Most wooden decors have a quaint allure to them. If you have some old wooden furniture that requires an inevitable paint job, then here’s how to preserve their artful antiqueness.
Before you get going on actually painting, you need to first prep the wood for it. DO NOT skip this step, as this will affect the finished look just as much as the paint job. The prep involves three things basically. Wash, sand and dust! Wash the wood work carefully with soap and water. Use strong cleaners if there are stubborn stains. Next, sand the surface thoroughly with sandpaper. This is the most important of the 3 prep steps. Use a putty knife to help you with the crevices. Once you are done sanding, dust the surface clean. In case of any cracks or chips, use wood fillers and caulk to fix them.
Once you are done with the prep, it’s time to choose your finish. Here are your options:
- Stains or Dyes: Both stains and dyes will colour the wood. You can even get a particular shade by blending different dyes of the same base (water or oil). When applying, paint in the direction of the grain. And try to cover the surface quickly before it dries as this may leave a line.
- Varnishes: Varnishes give the strongest wood finish. Not only is it the most durable, it will also form the most reflective of all the surfaces. The application of varnishes are similar to the stains. Apply in the direction of the grains.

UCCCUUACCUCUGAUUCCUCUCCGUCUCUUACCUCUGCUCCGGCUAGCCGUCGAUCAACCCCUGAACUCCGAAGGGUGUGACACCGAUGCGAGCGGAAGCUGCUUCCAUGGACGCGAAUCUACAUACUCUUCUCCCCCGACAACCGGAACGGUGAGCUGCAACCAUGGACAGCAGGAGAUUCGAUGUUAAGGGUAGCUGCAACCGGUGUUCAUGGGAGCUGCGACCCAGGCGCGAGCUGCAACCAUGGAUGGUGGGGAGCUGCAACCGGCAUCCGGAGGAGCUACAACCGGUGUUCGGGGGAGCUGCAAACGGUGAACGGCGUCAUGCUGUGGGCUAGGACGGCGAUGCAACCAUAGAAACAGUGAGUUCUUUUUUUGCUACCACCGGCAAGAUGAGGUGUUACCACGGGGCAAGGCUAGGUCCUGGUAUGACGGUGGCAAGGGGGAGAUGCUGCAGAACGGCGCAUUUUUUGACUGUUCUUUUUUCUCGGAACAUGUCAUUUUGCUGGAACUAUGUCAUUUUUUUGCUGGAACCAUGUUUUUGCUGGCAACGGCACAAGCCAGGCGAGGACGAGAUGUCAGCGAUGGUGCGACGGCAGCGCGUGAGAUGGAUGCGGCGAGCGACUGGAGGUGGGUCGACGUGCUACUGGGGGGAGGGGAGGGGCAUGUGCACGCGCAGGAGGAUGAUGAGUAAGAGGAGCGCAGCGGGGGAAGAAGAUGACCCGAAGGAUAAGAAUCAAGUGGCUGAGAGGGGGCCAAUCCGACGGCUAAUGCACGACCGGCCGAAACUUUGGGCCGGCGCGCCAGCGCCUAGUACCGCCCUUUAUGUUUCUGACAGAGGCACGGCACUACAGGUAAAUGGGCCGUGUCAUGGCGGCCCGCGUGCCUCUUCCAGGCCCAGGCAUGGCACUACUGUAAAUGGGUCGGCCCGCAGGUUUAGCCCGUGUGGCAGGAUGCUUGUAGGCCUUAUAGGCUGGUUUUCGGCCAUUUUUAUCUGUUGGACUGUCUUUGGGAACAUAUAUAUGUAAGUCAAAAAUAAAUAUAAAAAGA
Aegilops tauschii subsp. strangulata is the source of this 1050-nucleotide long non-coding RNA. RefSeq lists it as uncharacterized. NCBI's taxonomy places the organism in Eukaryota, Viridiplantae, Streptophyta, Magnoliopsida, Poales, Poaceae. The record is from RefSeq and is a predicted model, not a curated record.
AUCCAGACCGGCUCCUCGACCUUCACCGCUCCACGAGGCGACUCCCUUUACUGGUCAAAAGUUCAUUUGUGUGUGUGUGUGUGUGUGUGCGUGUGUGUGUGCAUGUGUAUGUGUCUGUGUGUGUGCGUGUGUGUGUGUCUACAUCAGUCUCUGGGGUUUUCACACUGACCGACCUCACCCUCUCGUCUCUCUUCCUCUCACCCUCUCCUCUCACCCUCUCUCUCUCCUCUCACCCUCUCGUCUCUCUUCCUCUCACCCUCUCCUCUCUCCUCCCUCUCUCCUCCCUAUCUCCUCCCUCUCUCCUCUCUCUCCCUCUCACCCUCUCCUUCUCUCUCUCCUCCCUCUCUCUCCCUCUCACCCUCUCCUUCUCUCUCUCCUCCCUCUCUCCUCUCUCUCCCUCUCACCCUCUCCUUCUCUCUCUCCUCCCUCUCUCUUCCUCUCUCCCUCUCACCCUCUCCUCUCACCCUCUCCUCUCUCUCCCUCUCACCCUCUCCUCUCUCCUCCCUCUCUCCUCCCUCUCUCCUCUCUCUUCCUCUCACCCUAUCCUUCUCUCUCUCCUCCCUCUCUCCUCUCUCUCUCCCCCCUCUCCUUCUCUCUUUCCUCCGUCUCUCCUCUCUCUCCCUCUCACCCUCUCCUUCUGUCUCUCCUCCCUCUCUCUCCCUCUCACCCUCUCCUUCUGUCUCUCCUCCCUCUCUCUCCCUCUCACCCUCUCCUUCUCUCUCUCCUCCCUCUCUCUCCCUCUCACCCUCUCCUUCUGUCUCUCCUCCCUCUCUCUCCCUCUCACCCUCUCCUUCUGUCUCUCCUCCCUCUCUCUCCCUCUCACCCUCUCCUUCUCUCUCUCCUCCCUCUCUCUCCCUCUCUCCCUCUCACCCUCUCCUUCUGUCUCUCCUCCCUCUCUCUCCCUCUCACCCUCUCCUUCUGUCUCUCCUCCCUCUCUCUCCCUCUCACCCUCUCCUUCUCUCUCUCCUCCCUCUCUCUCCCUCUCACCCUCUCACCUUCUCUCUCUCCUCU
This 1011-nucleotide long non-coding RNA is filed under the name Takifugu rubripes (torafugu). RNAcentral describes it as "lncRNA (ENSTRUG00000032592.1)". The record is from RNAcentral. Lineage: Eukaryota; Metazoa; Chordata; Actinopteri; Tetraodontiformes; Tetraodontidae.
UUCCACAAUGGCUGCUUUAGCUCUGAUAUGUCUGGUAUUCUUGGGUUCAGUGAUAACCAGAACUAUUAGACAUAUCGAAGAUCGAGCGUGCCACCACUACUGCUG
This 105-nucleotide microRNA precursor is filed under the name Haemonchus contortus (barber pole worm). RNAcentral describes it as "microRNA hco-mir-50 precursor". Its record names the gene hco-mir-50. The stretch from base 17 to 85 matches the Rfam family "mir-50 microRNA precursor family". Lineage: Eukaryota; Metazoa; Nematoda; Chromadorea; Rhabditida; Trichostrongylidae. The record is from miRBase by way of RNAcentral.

- Oils: Oiled surfaces are the easiest to repair. If you find a scratch on the oiled surface, all you need to do is sand down the affected area and reapply the oil. Also if you are not a fan of gloss, then this is your perfect choice. Oiled surfaces leave nothing more than a slight sheen. Plus they are easier to apply than varnishes.
- Waxes: If what you are looking for is a transparent paint with a very soft lustre, then wax is the thing for you. But bear in mind they are not very durable, so it would be wise to keep it away from high-traffic areas like table tops. A wax is normally applied with a cloth and buffed with another cloth once dry.
Now, you can go repaint that antique table without fear of ruining it’s archaic appeal.